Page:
There Goes the Neighborhood

Stephen Assink

For Marc J. Dunkelman, the verdict is clear: “The township, in essence, is dying.”

The Daily Show in the Age of Irony

Johann N. Neem

Jon Stewart and the age of irony.

Can Evangelicals Agree With Bernie Sanders?

Jeffrey Guhin

Bernie Sanders at Liberty University is more than a momentary truce in the culture war.

What’s Behind Trump’s Wall?

Johann N. Neem

Do Trump’s supporters represent a new Know-Nothing movement?

Speaking Truth to Power

Leann Davis Alspaugh

As we remember the Challenger disaster, let’s not forget the engineers who tried to convince NASA not to send up the Space Shuttle on a cold morning thirty years ago.

It’s the System, Stupid

Ned O’Gorman

In identifying “the system” as the issue of this election, Trump has managed to find a singular concept by which to encompass issues from wage stagnation to political corruption.

Lies, Damned Lies, and Politics

Ned O’Gorman

Many began watching last night’s debate wondering: Which Trump would it be? But there’s only one.

High Hopes

Carl Desportes Bowman

Just as Obama became a symbol of progressive diversity, Trump has become a symbol of longing for a pre-Obama America.

The Art of the Possible

B.D. McClay

A zero sum reality, in which every win is someone else’s loss, exists in a constant state of crisis.

Liberalism Strikes Back

Rita Koganzon

Liberalism today finds itself in the strange position of being the political philosophy that everyone lives by and no one wants to defend.

False Positive

Eric B. Schnurer

How are we to respond when faced with competing  uncertainties?

Wearing a Mask in France Would Be a Revolution

Frédéric Keck

In France, wearing a COVID-19 mask will mean a real revolution in norms governing behavior in its public space. 

Our Once and Future Citizens

Richard Hughes Gibson

How might the pandemic alter civic engagement?

Healthy, Wealthy, or Wise?

Mark Hoipkemier

Aristotle and the pandemic debates we aren’t having.

The Price of Freedom

Eric B. Schnurer

The point of reopening is not to free voluntary workers but to place more into the category of “mandatory worker.”

Our Chekhov Moment

Eric B. Schnurer

Who will emerge as the new elite from this particular moment’s cast of winners and losers?

Alexander Herzen and the Plural World

Alan Jacobs

Herzen won’t stop striving for social transformation with every ounce of energy he has, but also won’t pick up Chernyshevsky’s axe.

When Disaster Is an Invaluable Lesson

Jay Tolson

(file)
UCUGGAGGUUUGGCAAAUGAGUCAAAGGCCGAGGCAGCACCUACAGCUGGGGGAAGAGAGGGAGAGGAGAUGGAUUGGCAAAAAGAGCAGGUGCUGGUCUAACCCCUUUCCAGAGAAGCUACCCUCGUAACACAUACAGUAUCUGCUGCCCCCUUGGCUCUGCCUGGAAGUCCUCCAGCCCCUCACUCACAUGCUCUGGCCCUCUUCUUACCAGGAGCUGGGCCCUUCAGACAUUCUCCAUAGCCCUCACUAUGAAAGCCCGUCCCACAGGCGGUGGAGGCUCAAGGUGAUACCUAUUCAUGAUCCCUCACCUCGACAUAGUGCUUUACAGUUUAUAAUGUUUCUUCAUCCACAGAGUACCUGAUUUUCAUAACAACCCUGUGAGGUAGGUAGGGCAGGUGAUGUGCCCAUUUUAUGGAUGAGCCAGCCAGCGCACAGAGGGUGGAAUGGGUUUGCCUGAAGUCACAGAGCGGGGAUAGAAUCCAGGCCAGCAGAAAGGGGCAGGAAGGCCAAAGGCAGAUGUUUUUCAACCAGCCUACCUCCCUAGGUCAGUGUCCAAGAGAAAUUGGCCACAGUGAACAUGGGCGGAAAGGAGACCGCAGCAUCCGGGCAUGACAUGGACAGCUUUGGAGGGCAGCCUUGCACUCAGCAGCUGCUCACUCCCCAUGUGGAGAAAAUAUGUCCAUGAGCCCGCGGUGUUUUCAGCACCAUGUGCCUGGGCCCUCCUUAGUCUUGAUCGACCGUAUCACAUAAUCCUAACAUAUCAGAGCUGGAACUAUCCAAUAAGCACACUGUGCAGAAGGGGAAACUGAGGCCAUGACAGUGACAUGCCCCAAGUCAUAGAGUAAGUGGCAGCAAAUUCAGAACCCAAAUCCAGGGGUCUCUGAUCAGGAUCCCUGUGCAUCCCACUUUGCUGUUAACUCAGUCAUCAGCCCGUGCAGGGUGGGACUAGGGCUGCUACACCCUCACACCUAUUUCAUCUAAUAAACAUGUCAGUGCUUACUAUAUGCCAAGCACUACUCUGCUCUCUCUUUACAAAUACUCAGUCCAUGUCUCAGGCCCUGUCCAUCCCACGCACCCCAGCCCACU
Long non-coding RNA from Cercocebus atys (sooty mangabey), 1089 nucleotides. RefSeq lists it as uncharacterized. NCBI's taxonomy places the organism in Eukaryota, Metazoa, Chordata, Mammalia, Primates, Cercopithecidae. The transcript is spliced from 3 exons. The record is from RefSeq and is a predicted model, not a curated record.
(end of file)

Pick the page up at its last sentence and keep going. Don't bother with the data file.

Donald Trump’s manner was a declaration of indifference toward the values that make democracy possible.

A History Lesson from Alexander Hamilton

Richard Hughes Gibson

The events of January 6 went off script.

Is Trumpism Marxism?

Ronald Osborn

On the dangerous absurdity of political caricature.

More Than Just a Word

Richard Hughes Gibson

Americans have been making arguments about the nature of their unity from the beginning.

Dare We Call It Charisma?

Mark Edmundson

A trick that only the most gifted demagogues can bring off.

Frederick Douglass and the American Project

Richard Hughes Gibson

It would be hard to blame him if he had lost faith in the republic.

The Compatibility Trap

Siobhan Lyons

As the titans of big tech see it, the reticence to upgrade is nothing less than resistance to progress. But a willingness to upgrade does not benefit customers in the long run.

Critical Theory and the Newest Left

Alexander Stern

Corporations are not defanging a threatening ideology but welcoming it back home from a field trip.

Who Killed Essentialism?

Charlie Riggs

We seem to be unable to do without our essences.

Changing Times

Mark Edmundson

Once upon a time there was a publication that was doing all it could to tell a straight story and to listen to all sides.

Finding Fukuyama’s Ends

Addis Goldman

Western liberal democracy is something worth aspiring toan optimal destiny, not an imminent fate.

In the Sideshadows

Richard Hughes Gibson

Everyone contributes to the pandemic, so all bear responsibility.

Looking Under the Hood of AI’s Dubious Models

Ethan Edwards

Models are only valuable in the long run if we are free to take them apart.

Where the Critics of Liberalism Go Wrong

Andrew Lynn

Postliberalism comes to embody a form of cultural criticism that ultimately does not believe in culture itself.

Neither This Nor That

Rhoda Feng

We view the concept of “compromise” from all sorts of oblique angles.

A Vision on a Summer Night

Alan Jacobs

Perhaps the older Auden merely wants to have the humility to accept the terms on which agape offers itself.

Why Carl Schmitt Matters to China

Addis Goldman

It would be prudent to take the Chinese at their word––especially if it is bound up in the mystifying language of Carl Schmitt.